Alexander the Great

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Alexander the Great

Was Alexander the Great really great?

A great conqueror, in 13 short years he amassed the largest empire in the entire ancient world — an empire that covered 3,000 miles. And he did this without the benefit of modern technology and weaponry. In his day, troop movements were primarily on foot, and communications were face to face. Not bad for a kid who became the King of Macedon at the age of 20.

When Alexander came to the throne, he had excellent training and experience for someone so young. He had received a tough, almost Spartan, training from a man named Leonidas. Then, at age thirteen, he was tutored by the Greek philosopher, Aristotle, who trained Alexander’s intellect as intensively as Leonidas had trained his body. Largely because of his education, Alexander displayed both an incredible physical toughness and intellectual genius.
Many of Alexander's accomplishments were made possible by his father, Philip of Macedon. Macedon, which existed roughly where the modern country of Macedonia lies today, was a kingdom located that lay geographically north of the Greek city-states.
In 338 B.C.E., King Philip of Macedon invaded and conquered the Greek city-states. Philip took advantage of the fact that the Greek city-states were divided by years of squabbling and infighting. Philip succeeded in doing what years of fighting between city-states had not done. He united Greece.

Conquering the World

Philip's next goal was to defeat Greece's age-old enemy to the east: Persia. For years, the massive Persian Empire threatened the very existence of the Greek way of life. But before he was able to pursue his second goal, Philip was assassinated.

When his son, Alexander, took the throne in 336 B.C.E., he vowed to complete the plans of his father. In 334 B.C.E., Alexander invaded Persia, which lay across the Aegean Sea in Asia Minor (modern-day Turkey).

After three grueling years of warfare and three decisive battles, Alexander smashed the Persian armies at the Tigris River and conquered the mighty Persian Empire, including the legendary city of Babylon. For many Greeks, this victory marked a moment of sweet revenge against a bitter foe.

At this point, at the age of 25, Alexander ruled an expansive empire. Nevertheless, his ambitions were not satisfied. While fighting the Persians, Alexander conquered Egypt and founded a city at the mouth of the Nile River. This city, which he named Alexandria after himself, became a cosmopolitan, diverse, bustling center of trade, the arts, and ideas.

Alexander's success was largely due to his charismatic personality. He knew thousands of his troops by name, and shared the dangers of battle and the fruits of victory equally with them. He could put down a mutiny with a mere speech reminding his soldiers of their shared exploits, or shame his troops to action by leading an assault alone.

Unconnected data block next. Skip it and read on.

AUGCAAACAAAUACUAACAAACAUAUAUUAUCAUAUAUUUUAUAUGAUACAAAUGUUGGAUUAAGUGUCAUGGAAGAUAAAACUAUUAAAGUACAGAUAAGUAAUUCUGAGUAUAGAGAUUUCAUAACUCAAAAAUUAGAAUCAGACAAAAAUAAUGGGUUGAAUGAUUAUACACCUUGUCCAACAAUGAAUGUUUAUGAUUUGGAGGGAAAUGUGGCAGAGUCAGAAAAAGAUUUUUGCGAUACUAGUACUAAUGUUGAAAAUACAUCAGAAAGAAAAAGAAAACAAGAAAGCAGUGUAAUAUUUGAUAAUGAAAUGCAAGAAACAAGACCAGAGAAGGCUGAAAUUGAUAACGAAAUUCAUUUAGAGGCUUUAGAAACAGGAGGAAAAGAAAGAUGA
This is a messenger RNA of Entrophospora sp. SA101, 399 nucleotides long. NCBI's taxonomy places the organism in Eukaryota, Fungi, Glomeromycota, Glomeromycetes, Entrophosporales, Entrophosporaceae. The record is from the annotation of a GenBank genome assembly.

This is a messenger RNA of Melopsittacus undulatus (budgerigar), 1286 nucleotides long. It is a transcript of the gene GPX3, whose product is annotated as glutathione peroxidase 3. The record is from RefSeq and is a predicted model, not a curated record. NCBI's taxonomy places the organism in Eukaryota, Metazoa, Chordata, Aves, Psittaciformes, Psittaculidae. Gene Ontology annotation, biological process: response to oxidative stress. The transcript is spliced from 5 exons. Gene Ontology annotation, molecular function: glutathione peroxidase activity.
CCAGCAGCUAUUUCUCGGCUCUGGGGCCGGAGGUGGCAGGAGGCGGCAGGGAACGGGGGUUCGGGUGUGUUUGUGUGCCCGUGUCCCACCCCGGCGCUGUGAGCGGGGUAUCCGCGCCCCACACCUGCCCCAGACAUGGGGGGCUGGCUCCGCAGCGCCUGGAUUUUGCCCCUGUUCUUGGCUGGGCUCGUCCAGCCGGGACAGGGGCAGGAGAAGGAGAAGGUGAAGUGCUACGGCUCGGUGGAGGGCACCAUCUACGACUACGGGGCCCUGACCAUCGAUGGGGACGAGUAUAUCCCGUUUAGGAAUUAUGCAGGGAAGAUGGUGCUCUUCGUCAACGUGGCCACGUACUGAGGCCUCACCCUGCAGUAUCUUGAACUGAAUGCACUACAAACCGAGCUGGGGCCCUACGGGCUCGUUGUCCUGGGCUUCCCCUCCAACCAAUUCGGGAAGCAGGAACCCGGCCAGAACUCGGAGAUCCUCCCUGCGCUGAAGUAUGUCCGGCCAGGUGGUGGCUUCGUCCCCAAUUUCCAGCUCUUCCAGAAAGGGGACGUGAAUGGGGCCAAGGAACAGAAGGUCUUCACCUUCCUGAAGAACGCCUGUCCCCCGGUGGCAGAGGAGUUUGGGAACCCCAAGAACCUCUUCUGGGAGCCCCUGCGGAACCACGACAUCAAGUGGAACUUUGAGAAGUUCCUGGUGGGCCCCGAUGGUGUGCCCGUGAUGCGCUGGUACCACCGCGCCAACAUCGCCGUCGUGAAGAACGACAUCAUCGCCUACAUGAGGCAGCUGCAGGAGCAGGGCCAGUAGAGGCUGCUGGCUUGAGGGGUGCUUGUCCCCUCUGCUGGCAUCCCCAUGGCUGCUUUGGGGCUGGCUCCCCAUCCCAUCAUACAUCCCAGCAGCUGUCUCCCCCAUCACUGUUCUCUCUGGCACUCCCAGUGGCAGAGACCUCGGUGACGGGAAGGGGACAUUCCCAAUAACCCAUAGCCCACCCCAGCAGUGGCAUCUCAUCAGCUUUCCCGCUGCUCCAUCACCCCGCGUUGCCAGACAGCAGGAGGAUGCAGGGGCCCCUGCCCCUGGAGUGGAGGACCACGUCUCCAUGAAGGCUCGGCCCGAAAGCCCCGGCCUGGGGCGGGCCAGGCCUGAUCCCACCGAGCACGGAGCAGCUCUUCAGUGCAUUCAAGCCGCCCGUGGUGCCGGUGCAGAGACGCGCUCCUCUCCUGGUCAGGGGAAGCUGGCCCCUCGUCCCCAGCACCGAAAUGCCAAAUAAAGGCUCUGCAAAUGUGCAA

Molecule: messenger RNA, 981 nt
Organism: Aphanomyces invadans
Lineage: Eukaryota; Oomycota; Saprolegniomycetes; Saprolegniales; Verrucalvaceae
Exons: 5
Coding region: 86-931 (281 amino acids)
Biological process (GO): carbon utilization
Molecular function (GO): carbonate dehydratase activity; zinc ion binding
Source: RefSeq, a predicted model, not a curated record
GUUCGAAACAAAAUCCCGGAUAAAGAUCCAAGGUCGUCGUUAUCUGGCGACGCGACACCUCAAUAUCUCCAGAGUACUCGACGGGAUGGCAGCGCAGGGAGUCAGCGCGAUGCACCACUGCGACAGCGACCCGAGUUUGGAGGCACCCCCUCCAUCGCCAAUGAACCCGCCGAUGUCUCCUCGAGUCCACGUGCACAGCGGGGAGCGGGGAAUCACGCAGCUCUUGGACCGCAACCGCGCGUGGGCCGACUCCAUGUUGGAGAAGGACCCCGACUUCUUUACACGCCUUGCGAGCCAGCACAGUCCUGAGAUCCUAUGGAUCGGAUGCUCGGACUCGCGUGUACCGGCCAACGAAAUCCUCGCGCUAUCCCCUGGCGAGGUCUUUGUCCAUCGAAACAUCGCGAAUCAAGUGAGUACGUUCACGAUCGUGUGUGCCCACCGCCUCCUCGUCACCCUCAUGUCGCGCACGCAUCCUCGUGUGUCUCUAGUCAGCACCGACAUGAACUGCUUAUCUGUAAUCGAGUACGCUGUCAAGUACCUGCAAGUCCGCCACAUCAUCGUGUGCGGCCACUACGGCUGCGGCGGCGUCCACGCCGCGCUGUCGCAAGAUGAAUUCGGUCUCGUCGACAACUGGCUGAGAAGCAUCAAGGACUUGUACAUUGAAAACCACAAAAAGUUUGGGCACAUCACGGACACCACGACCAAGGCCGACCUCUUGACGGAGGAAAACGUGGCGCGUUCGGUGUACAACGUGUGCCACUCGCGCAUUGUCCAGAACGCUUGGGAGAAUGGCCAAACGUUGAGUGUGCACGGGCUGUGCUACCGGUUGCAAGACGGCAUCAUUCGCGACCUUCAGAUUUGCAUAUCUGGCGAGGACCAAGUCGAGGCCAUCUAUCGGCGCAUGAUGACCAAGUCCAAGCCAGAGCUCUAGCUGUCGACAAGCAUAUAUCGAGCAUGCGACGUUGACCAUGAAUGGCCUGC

Alexander continued his campaign, driving farther east, until he reached India and the Indus River in 326 B.C.E. At this point, his exhausted troops refused to fight further. They told Alexander that a truly great leader knows when it is time to stop fighting.

Without the support of his army, Alexander had no choice but to turn back and begin consolidating and organizing his far-flung empire. On his way home, Alexander died from disease in 323 B.C.E. The united empire that Alexander created by his conquests fell apart soon after his death.

Alexander in Hindsight

Alexander the Great's legacy is both far reaching and profound. First, his father was able to unite the Greek city-states, and Alexander destroyed the Persian Empire forever. More importantly, Alexander's conquests spread Greek culture, also known as Hellenism, across his empire.

In fact, Alexander's reign marked the beginning of a new era known as the Hellenistic Age (Hellenistic is derived from a Greek word meaning “to imitate the Greeks”) because of the powerful influence that Greek culture had on other people. Due to his conquests, Greek language, architecture, literature and art spread throughout Southwest Asia and the Near East. Without Alexander's ambition, Greek ideas and culture might well have remained confined to Greece.

Many historians see Alexander the Great in a different light. Although Alexander was both intelligent and handsome, he also had a darker side. He possessed a ferocious temper and from time to time would arbitrarily murder close advisors and even friends. Also, toward the end of his many campaigns, he senselessly slaughtered thousands whose only crime was being in his way.

Was Alexander the Great really great?

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